Onboarding employees: From day one to month six and beyond.

Onboarding extends far beyond a one-day orientation. For employees to truly feel like part of the team culture, the onboarding experience should extend to six months, a year or longer, and involve ongoing support, check-ins, timely trainings and more. Here’s an example:

First week

Employees and managers should have had multiple interactions, and managers will have helped to schedule informal chats with the team, assign mentors to new hires and introduce them to senior branch leaders.

First month

New hires will be expected to attend trainings, meet stakeholders, shadow teammates, obtain access to the tools needed to complete their work and discuss any outstanding questions with HR. They should be assigned to projects where they can begin achieving early “wins” that build confidence and demonstrate how they support organizational success.

First three months

Employees should have a clear understanding of company culture and management philosophy, set professional goals, and schedule or have completed their 90-day review. New hires should feel confident in their work, on track with performance expectations and comfortable approaching their managers with lingering questions or concerns.

First six months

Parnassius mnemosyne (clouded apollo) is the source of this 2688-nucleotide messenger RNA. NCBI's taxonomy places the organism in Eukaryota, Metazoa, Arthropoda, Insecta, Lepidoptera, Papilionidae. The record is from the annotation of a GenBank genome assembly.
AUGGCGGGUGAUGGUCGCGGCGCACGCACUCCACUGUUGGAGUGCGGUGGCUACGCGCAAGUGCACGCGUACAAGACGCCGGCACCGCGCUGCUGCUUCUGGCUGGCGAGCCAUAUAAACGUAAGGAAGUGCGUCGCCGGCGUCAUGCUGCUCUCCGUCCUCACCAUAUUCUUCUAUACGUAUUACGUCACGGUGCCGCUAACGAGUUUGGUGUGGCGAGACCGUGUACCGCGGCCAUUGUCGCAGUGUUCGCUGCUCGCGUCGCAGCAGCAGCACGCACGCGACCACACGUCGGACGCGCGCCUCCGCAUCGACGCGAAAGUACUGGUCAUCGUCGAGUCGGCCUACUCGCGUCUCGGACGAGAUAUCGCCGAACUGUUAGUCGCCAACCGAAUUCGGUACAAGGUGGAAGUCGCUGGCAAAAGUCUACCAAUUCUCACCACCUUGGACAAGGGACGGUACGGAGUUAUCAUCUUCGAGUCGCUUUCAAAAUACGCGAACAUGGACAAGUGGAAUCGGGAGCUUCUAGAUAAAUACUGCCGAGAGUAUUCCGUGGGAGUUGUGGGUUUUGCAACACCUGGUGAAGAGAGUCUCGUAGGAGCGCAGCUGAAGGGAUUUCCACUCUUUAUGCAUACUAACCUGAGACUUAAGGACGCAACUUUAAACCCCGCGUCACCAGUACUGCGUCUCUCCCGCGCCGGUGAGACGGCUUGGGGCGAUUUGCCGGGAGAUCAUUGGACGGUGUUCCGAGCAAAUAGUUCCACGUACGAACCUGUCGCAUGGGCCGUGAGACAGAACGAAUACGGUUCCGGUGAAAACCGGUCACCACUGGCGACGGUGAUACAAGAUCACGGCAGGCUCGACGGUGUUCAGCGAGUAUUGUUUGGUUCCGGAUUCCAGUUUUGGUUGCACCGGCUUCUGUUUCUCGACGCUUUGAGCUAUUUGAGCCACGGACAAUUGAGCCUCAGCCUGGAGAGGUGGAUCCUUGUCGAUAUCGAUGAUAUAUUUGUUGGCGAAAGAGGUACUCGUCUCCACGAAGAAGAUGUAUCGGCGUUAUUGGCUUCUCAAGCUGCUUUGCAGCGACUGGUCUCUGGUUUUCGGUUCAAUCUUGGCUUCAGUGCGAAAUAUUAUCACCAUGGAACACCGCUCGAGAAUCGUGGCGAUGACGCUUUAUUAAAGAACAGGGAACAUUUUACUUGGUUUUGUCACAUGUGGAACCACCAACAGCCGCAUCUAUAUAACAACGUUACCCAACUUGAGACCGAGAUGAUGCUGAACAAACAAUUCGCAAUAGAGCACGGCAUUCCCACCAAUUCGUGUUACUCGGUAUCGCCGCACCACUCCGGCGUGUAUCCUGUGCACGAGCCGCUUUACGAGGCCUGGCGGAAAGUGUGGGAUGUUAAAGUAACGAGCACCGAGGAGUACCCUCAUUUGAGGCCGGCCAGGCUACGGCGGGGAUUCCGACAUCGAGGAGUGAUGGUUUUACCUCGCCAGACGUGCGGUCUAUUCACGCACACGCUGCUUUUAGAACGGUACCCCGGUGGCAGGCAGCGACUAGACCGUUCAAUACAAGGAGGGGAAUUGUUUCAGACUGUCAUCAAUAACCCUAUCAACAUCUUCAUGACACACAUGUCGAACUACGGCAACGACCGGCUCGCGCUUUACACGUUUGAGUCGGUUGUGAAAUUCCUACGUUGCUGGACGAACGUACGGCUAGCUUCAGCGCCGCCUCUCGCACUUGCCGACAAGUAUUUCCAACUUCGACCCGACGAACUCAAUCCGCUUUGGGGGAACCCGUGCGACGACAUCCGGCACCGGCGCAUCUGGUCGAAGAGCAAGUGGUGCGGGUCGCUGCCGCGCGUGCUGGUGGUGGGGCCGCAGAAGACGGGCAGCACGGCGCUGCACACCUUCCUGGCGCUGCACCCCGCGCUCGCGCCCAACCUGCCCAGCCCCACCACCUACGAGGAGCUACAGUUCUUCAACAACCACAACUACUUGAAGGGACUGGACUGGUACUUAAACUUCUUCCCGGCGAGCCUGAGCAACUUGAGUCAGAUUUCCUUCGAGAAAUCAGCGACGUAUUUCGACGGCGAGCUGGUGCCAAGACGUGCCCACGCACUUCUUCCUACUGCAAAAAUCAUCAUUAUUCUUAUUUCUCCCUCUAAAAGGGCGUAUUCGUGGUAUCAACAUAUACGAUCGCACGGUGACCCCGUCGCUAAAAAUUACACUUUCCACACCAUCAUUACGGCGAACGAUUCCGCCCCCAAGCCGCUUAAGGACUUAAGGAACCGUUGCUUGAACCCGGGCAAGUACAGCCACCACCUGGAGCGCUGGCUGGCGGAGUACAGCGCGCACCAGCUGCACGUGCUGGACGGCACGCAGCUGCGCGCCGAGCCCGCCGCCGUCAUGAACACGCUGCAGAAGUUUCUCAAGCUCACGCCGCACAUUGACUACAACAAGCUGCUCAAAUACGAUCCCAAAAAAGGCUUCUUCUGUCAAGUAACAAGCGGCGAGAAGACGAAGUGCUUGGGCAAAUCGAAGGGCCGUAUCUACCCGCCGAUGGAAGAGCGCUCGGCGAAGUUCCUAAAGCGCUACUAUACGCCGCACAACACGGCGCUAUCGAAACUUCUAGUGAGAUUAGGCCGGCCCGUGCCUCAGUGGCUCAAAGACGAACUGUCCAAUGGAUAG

Managers should continue to provide feedback, offer support and training as needed, and communicate with HR to ensure a smooth transition.

Reinventing your onboarding strategy doesn’t have to be costly or time-consuming: Consider organically crowdsourcing a team of cross-functional stakeholders to implement the program, or establishing a buddy system to support new hires. Sometimes it’s the simplest changes that pay the largest dividends in improving retention and boosting corporate culture.

Don’t stop innovating: Measure the performance of your onboarding program.

Just as you track business metrics and measure financial success, it’s important to continually monitor your HR programs. If you’ve put in the work to reinvent your onboarding program, take time to make sure it’s working. Surprisingly, less than half (45 percent) of organizations track the efficacy of their onboarding programs, even though those that do have more favorable talent and
business outcomes.

Try mapping out an evaluation plan to reveal areas for improvement:

Look to turnover rates for guidance. Is week-one feedback falling flat? Chat with your onboarding team. Do employees tend to leave around the nine-month mark? Boost check-ins at six months.

Measure performance against communication. Ensure new hires have enough visibility with their managers to understand their roles, critical processes and stakeholders — and see if they’re completing assignments on time.

Source employee feedback. Don’t wait for annual surveys: Short, frequent polls can offer employees more opportunities to provide managers with the feedback they need to improve today, instead of waiting for an issue to arise.

The potential momentum that new hires can bring to an organization is immense. Each new hire contributes to the future success of your entire workforce, and with a holistic onboarding program, employers can further bolster that momentum by increasing engagement, speeding time to proficiency and reducing turnover.

Chad Davis is senior manager of marketing, Kronos. For more information, visit www.kronos.com.